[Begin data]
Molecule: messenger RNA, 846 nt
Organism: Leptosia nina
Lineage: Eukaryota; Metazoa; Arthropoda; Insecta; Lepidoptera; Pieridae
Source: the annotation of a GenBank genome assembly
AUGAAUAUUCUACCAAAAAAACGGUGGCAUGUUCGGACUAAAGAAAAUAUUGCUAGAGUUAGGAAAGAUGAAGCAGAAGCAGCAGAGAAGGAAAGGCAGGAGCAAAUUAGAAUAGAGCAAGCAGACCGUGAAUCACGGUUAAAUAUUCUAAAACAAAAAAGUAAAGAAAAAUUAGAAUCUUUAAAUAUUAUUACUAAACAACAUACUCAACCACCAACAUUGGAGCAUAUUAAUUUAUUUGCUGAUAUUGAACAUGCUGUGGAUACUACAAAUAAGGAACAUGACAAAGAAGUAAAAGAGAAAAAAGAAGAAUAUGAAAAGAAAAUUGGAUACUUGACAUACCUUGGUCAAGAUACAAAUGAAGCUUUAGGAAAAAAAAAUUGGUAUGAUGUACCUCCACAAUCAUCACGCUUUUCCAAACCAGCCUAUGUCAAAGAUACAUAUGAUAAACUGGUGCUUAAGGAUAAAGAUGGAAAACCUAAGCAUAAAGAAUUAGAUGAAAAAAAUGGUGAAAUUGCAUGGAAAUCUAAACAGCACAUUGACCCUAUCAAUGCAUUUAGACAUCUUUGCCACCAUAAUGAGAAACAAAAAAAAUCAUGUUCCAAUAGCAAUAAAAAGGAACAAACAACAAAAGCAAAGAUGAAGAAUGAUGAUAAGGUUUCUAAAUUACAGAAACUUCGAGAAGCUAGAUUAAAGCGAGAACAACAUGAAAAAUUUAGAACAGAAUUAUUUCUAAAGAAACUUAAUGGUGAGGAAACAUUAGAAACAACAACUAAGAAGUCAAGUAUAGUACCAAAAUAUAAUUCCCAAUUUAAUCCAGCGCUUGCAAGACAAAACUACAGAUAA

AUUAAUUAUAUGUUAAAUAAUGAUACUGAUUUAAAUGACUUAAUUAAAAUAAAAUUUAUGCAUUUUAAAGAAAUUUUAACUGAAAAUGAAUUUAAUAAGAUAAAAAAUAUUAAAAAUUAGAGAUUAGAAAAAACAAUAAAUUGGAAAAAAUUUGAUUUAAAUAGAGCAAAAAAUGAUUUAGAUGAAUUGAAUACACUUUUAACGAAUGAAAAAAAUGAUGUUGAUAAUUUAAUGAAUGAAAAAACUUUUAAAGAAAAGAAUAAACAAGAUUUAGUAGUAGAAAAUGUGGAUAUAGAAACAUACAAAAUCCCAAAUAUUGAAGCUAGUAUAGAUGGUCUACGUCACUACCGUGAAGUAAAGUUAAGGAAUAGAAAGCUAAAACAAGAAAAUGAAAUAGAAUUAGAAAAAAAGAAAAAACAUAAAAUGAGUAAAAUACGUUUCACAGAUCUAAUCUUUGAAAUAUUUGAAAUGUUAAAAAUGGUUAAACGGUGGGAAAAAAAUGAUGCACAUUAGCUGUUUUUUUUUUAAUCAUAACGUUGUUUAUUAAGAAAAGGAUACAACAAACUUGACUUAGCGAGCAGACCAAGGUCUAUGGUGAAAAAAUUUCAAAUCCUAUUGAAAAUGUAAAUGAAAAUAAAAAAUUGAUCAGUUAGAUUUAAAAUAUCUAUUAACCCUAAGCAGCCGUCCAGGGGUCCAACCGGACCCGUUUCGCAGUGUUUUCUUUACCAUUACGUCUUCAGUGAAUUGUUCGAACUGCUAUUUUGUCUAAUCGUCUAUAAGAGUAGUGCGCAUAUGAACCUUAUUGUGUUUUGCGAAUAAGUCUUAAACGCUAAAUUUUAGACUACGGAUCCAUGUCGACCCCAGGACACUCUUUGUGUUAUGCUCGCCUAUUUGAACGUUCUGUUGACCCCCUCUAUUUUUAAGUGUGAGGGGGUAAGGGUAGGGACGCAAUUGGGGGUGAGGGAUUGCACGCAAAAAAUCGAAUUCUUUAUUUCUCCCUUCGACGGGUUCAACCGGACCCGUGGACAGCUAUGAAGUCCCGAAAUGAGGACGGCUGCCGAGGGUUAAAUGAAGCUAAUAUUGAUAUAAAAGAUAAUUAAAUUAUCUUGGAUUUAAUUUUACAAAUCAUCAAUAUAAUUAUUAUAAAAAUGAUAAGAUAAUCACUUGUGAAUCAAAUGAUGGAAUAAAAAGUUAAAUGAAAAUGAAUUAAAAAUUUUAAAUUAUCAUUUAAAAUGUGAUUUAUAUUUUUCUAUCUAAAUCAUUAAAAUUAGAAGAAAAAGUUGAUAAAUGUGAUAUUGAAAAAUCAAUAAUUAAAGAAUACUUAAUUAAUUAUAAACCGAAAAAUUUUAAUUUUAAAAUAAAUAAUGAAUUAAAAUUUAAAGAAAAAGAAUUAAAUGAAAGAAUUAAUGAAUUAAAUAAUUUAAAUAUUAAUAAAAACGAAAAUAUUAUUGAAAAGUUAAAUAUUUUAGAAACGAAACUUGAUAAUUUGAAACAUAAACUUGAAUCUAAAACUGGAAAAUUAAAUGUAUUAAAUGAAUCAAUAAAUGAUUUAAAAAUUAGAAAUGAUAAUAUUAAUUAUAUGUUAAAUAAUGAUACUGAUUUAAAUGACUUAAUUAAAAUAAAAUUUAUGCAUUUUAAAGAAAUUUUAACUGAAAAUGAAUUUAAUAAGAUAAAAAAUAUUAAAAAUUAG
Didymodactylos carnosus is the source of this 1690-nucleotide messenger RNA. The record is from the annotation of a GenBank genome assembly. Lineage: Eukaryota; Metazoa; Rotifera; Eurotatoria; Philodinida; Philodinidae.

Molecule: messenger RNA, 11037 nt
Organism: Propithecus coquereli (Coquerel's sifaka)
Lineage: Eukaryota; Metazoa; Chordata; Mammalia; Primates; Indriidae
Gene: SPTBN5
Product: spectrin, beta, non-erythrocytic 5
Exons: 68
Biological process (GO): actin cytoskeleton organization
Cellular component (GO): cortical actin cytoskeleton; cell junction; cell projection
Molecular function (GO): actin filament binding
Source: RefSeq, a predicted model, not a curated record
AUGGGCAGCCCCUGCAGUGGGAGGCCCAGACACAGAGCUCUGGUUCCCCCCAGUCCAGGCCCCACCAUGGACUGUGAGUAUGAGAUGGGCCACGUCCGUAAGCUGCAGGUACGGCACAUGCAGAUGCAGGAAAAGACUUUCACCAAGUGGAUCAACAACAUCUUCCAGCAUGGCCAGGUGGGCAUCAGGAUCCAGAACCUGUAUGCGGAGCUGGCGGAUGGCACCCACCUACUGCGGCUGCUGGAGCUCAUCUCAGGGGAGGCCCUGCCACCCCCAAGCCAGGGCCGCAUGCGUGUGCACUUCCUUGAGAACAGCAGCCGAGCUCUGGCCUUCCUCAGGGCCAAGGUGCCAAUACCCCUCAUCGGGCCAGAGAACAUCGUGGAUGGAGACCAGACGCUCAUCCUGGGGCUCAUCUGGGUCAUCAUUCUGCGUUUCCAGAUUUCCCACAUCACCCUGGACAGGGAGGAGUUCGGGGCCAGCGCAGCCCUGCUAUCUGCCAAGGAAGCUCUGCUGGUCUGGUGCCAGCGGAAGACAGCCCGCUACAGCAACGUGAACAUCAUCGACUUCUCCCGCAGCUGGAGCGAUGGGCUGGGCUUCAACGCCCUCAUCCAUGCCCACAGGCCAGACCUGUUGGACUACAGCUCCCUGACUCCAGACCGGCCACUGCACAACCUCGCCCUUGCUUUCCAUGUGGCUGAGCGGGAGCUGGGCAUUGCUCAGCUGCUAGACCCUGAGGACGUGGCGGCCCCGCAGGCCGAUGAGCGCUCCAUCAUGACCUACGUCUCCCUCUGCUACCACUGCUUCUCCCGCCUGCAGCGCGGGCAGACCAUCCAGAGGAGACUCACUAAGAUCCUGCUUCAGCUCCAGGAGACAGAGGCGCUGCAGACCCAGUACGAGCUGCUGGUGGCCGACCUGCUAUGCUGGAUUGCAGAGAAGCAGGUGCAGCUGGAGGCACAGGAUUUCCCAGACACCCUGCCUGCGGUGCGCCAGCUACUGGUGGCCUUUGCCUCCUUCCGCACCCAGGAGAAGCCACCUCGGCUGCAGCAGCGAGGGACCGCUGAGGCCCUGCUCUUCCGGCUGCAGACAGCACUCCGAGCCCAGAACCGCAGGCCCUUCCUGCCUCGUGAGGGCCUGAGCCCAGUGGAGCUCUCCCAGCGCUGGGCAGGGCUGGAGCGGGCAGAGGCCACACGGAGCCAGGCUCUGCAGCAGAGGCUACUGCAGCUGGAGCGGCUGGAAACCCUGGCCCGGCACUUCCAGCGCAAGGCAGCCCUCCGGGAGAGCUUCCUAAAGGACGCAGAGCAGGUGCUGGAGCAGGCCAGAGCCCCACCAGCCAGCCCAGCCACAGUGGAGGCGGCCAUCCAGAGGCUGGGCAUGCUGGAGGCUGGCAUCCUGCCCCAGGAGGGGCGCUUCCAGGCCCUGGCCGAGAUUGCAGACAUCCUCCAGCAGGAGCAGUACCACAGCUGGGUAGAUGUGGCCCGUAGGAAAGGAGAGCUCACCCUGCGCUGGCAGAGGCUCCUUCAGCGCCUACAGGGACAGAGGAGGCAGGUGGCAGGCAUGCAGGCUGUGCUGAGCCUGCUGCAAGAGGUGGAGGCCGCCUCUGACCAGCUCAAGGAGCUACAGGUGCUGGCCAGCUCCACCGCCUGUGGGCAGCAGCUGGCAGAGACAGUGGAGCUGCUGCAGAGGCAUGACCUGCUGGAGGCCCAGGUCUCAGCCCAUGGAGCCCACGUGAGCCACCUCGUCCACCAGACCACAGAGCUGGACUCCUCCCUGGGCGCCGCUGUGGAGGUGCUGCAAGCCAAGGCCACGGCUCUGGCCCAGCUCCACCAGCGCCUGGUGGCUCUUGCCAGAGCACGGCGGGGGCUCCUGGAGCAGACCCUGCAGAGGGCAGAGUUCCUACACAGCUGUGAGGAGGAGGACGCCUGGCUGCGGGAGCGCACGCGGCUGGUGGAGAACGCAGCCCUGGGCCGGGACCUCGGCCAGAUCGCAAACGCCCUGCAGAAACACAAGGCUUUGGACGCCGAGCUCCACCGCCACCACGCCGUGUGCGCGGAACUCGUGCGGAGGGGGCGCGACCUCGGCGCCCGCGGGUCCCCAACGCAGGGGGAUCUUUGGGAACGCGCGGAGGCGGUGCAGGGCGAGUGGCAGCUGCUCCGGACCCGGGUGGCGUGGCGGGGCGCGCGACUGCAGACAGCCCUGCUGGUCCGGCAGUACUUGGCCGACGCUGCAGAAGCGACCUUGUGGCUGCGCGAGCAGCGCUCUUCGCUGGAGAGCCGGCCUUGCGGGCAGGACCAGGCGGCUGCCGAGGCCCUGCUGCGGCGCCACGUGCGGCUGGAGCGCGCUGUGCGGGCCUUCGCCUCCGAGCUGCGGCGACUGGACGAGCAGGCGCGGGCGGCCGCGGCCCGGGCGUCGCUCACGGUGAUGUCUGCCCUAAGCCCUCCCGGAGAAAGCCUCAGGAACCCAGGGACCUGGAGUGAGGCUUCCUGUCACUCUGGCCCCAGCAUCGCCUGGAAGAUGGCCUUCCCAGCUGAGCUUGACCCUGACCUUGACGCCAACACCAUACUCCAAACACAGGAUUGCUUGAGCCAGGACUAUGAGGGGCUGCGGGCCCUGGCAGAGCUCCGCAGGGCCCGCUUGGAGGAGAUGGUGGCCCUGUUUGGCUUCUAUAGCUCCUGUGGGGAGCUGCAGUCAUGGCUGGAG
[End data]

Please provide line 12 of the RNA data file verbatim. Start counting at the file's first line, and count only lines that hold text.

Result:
Product: spectrin, beta, non-erythrocytic 5